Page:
In [1]:
%matplotlib inline
%config InlineBackend.figure_format = 'retina'

import numpy as np
import pandas as pd
from lifelines.fitters.piecewise_exponential_regression_fitter import PiecewiseExponentialRegressionFitter
from lifelines import *
from lifelines.datasets import load_regression_dataset
from lifelines.generate_datasets import piecewise_exponential_survival_data
In [2]:
# this code can be skipped
# generating piecewise exponential data to look like a monthly churn curve. 

N, d = 2000, 2

# some numbers take from http://statwonk.com/parametric-survival.html
breakpoints = (1, 31, 34, 62, 65, 93, 96)

betas = np.array(
    [
        [1.0, -0.2, np.log(15)],
        [5.0, -0.4, np.log(333)],
        [9.0, -0.6, np.log(18)],
        [5.0, -0.8, np.log(500)],
        [2.0, -1.0, np.log(20)],
        [1.0, -1.2, np.log(500)],
        [1.0, -1.4, np.log(20)],
        [1.0, -3.6, np.log(250)],
    ]
)

X = 0.1 * np.random.exponential(size=(N, d))
X = np.c_[X, np.ones(N)]

T = np.empty(N)
for i in range(N):
    lambdas = np.exp(-betas.dot(X[i, :]))
    T[i] = piecewise_exponential_survival_data(1, breakpoints, lambdas)[0]

T_censor = np.minimum(T.mean() * np.random.exponential(size=N), 110) # 110 is the end of observation, eg. current time. 

df = pd.DataFrame(X[:, :-1], columns=['var1', 'var2'])
df["T"] = np.minimum(T, T_censor)
df["E"] = T <= T_censor
In [3]:
df.head()
Out[3]:
var1 var2 T E
0 0.302575 0.170184 68.502873 False
1 0.094912 0.046740 110.000000 False
2 0.112535 0.052899 52.589615 False
3 0.125926 0.016203 10.558145 True
4 0.088505 0.080449 110.000000 False
In [4]:
kmf = KaplanMeierFitter().fit(df['T'], df['E'])
kmf.plot(figsize=(11,6))
Out[4]:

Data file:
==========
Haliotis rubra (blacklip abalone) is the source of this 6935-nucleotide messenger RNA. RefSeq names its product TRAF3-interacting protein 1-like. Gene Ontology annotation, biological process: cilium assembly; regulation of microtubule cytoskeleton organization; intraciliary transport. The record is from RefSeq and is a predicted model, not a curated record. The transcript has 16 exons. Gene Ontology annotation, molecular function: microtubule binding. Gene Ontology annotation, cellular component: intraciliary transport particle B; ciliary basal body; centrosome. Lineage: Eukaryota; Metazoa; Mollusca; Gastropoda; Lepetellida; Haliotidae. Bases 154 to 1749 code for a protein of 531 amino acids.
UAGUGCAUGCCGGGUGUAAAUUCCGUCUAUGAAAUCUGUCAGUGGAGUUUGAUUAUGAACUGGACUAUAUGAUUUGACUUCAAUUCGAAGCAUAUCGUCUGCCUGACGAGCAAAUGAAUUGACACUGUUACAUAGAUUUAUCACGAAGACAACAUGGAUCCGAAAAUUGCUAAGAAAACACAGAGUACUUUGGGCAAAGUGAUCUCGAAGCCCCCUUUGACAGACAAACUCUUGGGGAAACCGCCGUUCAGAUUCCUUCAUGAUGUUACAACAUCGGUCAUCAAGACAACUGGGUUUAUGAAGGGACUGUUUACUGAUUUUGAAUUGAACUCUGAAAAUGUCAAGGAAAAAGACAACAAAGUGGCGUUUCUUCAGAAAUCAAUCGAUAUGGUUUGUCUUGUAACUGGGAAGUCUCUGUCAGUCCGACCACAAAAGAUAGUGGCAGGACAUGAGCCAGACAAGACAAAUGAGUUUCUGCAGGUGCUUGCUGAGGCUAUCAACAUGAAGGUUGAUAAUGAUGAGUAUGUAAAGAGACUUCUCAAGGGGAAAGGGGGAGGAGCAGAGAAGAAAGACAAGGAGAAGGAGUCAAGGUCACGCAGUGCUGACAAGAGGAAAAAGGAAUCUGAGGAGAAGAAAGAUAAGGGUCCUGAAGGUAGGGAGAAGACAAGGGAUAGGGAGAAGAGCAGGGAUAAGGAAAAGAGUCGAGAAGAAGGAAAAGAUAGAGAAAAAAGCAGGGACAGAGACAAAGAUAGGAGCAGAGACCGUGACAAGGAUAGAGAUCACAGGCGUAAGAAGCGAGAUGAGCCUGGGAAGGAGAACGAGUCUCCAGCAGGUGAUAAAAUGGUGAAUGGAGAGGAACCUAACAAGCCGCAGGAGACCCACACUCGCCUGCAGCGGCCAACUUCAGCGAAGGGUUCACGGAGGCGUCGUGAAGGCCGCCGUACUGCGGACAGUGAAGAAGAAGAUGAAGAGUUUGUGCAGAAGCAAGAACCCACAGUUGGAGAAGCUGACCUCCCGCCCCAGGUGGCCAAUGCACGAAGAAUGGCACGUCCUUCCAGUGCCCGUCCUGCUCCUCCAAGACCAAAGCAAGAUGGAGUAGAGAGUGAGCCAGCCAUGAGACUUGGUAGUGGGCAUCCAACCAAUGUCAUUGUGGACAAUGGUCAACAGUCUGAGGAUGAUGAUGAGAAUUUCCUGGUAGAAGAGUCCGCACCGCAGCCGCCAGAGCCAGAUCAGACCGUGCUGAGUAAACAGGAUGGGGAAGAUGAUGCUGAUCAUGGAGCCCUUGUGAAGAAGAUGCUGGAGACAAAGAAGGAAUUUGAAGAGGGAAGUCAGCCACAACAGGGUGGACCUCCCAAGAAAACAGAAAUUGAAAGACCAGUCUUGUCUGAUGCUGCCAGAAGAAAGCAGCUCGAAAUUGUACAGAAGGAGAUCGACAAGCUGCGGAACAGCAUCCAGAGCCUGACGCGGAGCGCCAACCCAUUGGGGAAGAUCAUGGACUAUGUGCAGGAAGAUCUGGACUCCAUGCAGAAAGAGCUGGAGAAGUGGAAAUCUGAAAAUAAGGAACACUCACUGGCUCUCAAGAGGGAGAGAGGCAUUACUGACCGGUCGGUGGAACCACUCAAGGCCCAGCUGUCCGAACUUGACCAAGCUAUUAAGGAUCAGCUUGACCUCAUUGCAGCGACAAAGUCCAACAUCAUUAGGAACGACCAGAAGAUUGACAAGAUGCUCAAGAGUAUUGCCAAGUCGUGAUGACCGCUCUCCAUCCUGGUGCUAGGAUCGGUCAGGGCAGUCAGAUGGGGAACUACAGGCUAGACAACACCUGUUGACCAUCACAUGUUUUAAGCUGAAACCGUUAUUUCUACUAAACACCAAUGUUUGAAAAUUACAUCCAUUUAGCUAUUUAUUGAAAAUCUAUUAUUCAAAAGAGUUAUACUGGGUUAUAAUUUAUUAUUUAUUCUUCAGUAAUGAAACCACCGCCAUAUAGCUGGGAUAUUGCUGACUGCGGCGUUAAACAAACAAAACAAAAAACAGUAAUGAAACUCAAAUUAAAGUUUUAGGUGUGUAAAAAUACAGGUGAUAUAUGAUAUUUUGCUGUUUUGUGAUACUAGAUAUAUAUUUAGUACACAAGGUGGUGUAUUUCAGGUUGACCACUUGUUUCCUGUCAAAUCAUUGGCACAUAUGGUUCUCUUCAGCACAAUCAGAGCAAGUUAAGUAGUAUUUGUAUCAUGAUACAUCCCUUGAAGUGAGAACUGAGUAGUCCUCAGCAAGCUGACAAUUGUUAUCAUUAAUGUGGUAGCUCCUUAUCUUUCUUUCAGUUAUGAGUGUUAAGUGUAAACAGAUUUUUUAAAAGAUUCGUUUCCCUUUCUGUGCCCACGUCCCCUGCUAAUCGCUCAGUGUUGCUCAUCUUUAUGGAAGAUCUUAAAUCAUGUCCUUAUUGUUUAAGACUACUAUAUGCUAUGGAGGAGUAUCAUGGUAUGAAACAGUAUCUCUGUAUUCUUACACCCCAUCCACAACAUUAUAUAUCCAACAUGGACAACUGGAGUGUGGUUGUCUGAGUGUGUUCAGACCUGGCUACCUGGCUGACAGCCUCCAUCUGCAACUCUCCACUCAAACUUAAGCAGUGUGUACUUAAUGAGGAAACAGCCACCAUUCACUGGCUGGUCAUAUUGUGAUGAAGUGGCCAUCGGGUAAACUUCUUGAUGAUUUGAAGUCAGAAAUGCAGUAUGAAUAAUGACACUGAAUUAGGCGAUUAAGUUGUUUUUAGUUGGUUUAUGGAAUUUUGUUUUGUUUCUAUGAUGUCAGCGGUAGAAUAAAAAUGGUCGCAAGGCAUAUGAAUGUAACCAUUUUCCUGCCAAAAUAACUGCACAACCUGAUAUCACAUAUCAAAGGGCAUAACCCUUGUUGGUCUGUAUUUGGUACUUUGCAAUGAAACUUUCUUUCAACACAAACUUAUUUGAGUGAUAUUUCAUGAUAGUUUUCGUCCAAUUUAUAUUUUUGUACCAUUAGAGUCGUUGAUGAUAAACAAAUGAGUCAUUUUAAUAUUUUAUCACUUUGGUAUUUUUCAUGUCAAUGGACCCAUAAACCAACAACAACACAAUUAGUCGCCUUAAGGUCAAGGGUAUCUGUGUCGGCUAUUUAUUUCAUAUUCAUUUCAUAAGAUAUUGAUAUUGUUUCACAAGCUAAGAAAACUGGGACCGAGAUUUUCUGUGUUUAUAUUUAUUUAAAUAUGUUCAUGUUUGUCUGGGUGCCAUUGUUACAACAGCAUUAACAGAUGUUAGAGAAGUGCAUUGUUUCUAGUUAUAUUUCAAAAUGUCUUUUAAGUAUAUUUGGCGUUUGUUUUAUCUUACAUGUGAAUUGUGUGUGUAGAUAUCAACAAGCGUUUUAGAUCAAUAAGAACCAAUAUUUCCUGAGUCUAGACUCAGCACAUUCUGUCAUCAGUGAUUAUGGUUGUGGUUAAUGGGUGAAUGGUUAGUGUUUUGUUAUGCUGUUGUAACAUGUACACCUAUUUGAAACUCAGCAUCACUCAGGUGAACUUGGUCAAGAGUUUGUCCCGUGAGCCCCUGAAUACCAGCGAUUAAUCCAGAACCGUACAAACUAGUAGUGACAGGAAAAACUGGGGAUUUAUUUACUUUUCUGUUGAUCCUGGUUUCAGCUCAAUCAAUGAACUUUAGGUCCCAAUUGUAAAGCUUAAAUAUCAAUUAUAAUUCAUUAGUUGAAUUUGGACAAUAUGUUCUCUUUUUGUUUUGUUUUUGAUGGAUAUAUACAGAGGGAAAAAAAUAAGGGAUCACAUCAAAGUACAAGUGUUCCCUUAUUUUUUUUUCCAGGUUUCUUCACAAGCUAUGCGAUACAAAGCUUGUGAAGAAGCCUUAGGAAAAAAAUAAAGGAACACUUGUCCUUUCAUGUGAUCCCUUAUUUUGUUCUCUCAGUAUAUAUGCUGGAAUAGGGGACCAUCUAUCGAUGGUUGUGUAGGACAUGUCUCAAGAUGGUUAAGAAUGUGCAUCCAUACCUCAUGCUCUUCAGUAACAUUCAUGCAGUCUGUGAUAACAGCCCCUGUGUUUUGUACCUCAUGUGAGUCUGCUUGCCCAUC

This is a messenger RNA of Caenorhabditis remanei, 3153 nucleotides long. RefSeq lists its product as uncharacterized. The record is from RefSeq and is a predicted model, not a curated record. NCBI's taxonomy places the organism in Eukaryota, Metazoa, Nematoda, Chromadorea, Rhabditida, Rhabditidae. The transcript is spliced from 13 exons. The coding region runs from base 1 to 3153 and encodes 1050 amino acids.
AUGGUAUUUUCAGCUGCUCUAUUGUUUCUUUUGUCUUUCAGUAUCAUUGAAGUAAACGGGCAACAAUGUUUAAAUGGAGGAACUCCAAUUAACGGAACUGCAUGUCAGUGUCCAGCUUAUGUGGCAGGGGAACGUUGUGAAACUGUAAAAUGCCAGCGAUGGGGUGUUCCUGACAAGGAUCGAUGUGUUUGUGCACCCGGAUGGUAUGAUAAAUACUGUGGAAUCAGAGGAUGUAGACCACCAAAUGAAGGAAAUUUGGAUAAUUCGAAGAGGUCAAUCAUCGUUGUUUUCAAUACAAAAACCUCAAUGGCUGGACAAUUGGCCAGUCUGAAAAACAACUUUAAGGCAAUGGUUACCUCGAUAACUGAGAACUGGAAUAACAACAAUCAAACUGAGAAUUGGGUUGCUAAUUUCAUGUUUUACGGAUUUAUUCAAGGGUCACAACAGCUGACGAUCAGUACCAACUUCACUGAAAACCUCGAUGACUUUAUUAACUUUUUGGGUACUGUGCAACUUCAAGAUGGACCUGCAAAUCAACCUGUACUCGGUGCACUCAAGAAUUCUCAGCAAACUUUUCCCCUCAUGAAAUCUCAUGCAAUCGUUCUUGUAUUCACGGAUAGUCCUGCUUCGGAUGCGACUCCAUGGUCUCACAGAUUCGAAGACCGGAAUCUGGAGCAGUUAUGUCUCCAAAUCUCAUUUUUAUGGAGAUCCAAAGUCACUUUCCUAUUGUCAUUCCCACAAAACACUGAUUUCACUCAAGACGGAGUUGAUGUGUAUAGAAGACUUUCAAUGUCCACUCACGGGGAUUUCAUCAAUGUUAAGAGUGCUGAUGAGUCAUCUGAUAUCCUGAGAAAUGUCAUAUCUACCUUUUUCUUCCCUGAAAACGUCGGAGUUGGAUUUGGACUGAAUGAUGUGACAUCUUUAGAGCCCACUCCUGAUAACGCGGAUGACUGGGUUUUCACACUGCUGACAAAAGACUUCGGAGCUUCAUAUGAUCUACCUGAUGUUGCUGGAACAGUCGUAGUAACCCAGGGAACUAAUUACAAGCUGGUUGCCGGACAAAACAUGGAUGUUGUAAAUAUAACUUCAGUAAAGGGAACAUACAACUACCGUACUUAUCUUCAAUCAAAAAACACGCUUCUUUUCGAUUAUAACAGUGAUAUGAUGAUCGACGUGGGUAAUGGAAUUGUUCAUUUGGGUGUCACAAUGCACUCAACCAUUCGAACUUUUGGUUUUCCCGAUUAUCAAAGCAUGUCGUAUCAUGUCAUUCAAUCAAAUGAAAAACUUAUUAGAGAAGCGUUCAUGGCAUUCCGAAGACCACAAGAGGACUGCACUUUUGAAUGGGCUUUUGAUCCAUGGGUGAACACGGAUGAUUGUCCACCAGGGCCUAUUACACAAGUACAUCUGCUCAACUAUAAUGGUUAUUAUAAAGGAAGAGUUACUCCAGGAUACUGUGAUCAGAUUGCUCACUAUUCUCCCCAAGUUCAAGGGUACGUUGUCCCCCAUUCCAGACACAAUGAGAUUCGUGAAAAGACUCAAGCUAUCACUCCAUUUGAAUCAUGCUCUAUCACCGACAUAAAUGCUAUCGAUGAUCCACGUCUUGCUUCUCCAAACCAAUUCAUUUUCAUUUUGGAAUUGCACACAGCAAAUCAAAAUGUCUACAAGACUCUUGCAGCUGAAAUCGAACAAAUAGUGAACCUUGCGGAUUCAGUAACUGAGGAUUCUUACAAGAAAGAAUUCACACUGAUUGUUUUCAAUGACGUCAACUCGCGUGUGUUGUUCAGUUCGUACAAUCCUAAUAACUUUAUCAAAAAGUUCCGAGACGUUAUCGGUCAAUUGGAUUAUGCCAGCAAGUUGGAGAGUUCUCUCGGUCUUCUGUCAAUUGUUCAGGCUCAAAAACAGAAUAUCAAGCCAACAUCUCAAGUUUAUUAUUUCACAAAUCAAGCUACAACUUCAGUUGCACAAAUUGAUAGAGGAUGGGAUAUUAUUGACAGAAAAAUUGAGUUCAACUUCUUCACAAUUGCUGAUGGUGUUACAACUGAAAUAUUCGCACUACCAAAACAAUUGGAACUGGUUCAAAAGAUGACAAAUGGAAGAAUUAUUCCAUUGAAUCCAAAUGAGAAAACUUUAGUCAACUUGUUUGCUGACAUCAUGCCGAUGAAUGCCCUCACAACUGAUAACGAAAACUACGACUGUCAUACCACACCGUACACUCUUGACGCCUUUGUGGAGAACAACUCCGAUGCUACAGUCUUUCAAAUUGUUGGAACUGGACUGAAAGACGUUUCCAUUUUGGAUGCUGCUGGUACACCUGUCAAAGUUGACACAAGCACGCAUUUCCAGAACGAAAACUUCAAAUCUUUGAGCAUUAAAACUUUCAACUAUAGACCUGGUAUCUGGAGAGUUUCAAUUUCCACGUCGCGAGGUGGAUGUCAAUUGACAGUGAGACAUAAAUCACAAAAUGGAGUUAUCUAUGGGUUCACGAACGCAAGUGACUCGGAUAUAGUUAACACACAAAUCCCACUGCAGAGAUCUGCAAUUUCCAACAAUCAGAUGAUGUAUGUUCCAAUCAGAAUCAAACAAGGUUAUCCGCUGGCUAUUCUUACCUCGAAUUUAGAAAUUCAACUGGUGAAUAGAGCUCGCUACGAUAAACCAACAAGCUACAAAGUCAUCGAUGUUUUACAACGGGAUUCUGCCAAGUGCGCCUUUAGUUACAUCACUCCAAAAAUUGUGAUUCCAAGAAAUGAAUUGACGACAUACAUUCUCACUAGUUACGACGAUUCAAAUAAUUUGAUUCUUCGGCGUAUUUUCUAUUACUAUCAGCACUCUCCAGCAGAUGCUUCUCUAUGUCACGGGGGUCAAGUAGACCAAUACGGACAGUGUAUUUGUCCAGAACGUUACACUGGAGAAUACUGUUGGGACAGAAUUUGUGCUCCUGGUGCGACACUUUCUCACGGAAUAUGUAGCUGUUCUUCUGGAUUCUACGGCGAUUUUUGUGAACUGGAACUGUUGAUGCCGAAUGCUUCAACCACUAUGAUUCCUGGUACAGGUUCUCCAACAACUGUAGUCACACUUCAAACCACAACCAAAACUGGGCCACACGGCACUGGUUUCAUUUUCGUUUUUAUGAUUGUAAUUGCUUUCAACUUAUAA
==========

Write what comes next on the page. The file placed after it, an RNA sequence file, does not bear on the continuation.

<matplotlib.axes._subplots.AxesSubplot at 0x11fdcacf8>

To borrow a term from finance, we clearly have different regimes that a customer goes through: periods of low churn and periods of high churn, both of which are predictable.

Let's fit a piecewise hazard model to this curve. Since we have baseline information, we can fit a regression model. For simplicity, let's assume that a customer's hazard is constant in each period, however it varies over each customer (heterogenity in customers).

Our hazard model looks like┬╣: $$ h(t\;|\;x) = \begin{cases} \lambda_0(x)^{-1}, & t \le \tau_0 \\ \lambda_1(x)^{-1} & \tau_0 < t \le \tau_1 \\ \lambda_2(x)^{-1} & \tau_1 < t \le \tau_2 \\ ... \end{cases} $$

and $\lambda_i(x) = \exp(\mathbf{\beta}_i x^T), \;\; \mathbf{\beta}_i = (\beta_{i,1}, \beta_{i,2}, ...)$. That is, each period has a hazard rate, $\lambda_i$ the is the exponential of a linear model. The parameters of each linear model are unique to that period - different periods have different parameters (later we will generalize this).

Why do I want a model like this? Well, it offers lots of flexibilty (at the cost of efficiency though), but importantly I can see: